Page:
|icon_uk (icon_uk) wrote in scans_daily,|
@ 2012-02-01 03:37 pm UTC
|Entry tags:||creator: alan moore, creator: dave gibbons, genre: previews, title: watchmen|
This summer, DC Entertainment will publish all-new stories expanding on the acclaimed WATCHMEN universe. As highly anticipated as they are controversial, the seven inter-connected prequel mini-series will build on the foundation of the original WATCHMEN, the bestselling graphic novel of all time. BEFORE WATCHMEN will be the collective banner for all seven titles, from DC Comics.
“It’s our responsibility as publishers to find new ways to keep all of our characters relevant,” said DC Entertainment Co-Publishers Dan DiDio and Jim Lee. “After twenty five years, the Watchmen are classic characters whose time has come for new stories to be told. We sought out the best writers and artists in the industry to build on the complex mythology of the original.”
A few covers...
BEFORE WATCHMEN includes:
- RORSCHACH (4 issues) – Writer: Brian Azzarello. Artist: Lee Bermejo
- MINUTEMEN (6 issues) – Writer/Artist: Darwyn Cooke
- COMEDIAN (6 issues) – Writer: Brian Azzarello. Artist: J.G. Jones
- DR. MANHATTAN (4 issues) – Writer: J. Michael Straczynski. Artist: Adam Hughes
- NITE OWL (4 issues) – Writer: J. Michael Straczynski. Artists: Andy and Joe Kubert
- OZYMANDIAS (6 issues) – Writer: Len Wein. Artist: Jae Lee
- SILK SPECTRE (4 issues) – Writer: Darwyn Cooke. Artist: Amanda Conner
Each week, a new issue will be released, and will feature a two-page back-up story called CURSE OF THE CRIMSON CORSAIR, written by original series editor Len Wein and with art by original series colorist John Higgins. There will also be a single issue, BEFORE WATCHMEN: EPILOGUE, featuring the work of various writers and artists, and a CRIMSON CORSAIR story by Wein and Higgins.
“The original series of WATCHMEN is the complete story that Alan Moore and I wanted to tell. However, I appreciate DC’s reasons for this initiative and the wish of the artists and writers involved to pay tribute to our work. May these new additions have the success they desire,” said Dave Gibbons, WATCHMEN co-creator and original series artist.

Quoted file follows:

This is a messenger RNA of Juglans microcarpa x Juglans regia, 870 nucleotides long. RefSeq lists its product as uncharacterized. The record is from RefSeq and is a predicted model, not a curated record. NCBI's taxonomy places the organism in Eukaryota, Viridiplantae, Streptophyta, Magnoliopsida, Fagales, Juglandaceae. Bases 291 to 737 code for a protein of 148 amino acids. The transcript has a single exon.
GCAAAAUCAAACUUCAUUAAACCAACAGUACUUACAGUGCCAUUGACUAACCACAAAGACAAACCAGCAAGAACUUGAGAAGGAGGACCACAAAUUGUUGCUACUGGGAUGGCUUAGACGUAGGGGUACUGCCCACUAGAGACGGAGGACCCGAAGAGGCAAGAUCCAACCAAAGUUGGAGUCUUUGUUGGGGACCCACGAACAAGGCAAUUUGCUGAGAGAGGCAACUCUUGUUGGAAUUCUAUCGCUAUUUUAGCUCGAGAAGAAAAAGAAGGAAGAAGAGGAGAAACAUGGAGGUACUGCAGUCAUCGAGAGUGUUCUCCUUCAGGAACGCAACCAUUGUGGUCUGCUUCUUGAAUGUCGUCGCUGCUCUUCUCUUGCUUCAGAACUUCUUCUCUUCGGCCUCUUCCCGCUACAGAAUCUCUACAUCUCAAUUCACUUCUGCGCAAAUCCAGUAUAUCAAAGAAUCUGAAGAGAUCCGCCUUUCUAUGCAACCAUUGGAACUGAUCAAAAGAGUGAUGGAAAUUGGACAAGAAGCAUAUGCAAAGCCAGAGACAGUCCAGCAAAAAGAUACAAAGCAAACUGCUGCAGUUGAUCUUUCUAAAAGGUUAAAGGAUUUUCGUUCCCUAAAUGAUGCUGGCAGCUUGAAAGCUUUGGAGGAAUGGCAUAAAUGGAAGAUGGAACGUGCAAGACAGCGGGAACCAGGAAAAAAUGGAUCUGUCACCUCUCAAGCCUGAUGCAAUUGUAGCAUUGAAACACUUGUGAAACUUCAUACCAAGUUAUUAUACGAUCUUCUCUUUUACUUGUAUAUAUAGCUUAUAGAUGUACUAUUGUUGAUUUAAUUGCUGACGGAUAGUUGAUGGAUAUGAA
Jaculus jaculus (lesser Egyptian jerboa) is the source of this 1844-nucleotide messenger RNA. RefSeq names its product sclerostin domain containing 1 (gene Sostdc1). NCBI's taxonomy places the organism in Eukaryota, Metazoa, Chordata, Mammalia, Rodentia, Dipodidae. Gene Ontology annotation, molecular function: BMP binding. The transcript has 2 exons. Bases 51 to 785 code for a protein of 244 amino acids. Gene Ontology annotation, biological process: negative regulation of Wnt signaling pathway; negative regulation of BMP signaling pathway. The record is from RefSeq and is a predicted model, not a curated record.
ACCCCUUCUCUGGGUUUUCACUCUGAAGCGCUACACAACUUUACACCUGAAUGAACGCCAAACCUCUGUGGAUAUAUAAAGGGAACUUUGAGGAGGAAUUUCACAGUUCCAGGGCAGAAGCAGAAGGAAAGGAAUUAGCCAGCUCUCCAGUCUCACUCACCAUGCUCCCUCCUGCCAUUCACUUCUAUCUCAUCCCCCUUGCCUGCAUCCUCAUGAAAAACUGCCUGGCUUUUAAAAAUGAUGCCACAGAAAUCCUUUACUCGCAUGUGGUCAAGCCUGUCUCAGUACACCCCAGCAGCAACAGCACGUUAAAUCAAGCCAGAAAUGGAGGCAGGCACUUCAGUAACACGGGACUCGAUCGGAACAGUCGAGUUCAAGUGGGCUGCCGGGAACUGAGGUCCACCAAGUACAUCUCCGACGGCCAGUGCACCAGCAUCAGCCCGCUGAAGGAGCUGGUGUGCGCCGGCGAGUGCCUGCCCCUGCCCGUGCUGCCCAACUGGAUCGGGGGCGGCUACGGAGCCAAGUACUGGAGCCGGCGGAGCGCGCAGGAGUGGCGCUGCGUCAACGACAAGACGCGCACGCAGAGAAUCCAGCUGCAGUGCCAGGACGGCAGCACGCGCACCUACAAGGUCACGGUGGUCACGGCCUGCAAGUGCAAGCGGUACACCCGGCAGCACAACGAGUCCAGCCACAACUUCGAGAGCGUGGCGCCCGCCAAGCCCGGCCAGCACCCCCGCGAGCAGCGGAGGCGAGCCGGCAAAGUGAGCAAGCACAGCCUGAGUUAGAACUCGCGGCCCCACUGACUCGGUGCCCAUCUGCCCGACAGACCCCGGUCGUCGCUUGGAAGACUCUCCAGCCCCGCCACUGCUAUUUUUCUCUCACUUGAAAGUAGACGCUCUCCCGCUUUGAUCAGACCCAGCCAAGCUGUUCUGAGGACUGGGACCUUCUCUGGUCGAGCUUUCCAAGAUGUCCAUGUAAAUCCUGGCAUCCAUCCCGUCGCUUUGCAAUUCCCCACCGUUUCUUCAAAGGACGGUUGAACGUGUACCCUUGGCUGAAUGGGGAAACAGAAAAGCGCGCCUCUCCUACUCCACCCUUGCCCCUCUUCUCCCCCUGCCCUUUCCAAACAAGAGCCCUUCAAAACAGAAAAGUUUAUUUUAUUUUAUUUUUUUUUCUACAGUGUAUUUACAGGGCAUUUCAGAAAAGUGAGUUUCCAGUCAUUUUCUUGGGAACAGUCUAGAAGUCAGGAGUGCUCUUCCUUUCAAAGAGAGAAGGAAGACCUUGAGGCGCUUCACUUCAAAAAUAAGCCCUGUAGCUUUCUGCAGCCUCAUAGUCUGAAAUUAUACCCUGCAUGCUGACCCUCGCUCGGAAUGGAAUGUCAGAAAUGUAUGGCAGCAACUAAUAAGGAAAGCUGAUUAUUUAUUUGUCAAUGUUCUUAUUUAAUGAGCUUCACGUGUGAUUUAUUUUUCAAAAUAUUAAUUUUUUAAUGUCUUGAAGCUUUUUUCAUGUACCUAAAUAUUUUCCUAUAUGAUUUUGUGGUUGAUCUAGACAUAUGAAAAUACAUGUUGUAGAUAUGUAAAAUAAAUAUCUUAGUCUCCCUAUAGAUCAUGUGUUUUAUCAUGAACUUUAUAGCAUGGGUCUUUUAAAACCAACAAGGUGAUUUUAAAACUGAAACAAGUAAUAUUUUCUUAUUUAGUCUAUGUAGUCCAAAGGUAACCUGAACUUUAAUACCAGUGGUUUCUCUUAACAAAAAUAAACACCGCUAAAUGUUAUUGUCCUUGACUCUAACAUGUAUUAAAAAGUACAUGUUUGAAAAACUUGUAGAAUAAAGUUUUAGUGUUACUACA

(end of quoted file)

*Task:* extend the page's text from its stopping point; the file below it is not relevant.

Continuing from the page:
However, for another POV, try The New York Times, which has a less flattering few comments from Alan Moore
Mr. Moore, who has disassociated himself from DC Comics and the industry at large, called the new venture “completely shameless.”
Speaking by telephone from his home in Northampton, England, Mr. Moore said, “I tend to take this latest development as a kind of eager confirmation that they are still apparently dependent on ideas that I had 25 years ago.
So your thoughts? Have to say, they ARE bringing some a-listers to this, all people who COULD have said "No".
This from Newsarama
J. Michael Straczynski, who's writing Nite Owl and Dr. Manhattan mini-series as part of the line, told the Hollywood Reporter that "The first time all of us got together in New York to solidify the storyline, we each had copies of Watchmen in hand and whenever a question was raised about what happened to whom and when, we’d flip through looking for the slightest clue. I joked at the time that it looked a lot like Saturday afternoon Bible Study."
Most Bible Study groups don't gather to write a Bible prequel, however. But Straczynski also calls the argument that the Watchmen characters should remain sealed in the original series forever and never be touched again, "absolutely understandable and deeply flawed":
"Leaving aside the fact that the Watchmen characters were variations on pre-existing characters created for the Charleton Comics universe, Straczynski continued, “it should be pointed out that Alan has spent most of the last decade writing very good stories about characters created by other writers, including Alice (from Alice in Wonderland), Dorothy (from Wizard of Oz), Wendy (from Peter Pan), as well as Captain Nemo, the Invisible Man, Jekyll and Hyde, and Professor Moriarty (used in the successful League of Extraordinary Gentlemen). I think one loses a little of the moral high ground to say, ‘I can write characters created by Jules Verne, H.G. Wells, Robert Louis Stevenson, Arthur Conan Doyle and Frank Baum, but it’s wrong for anyone else to write my characters.’”
Does he have a point?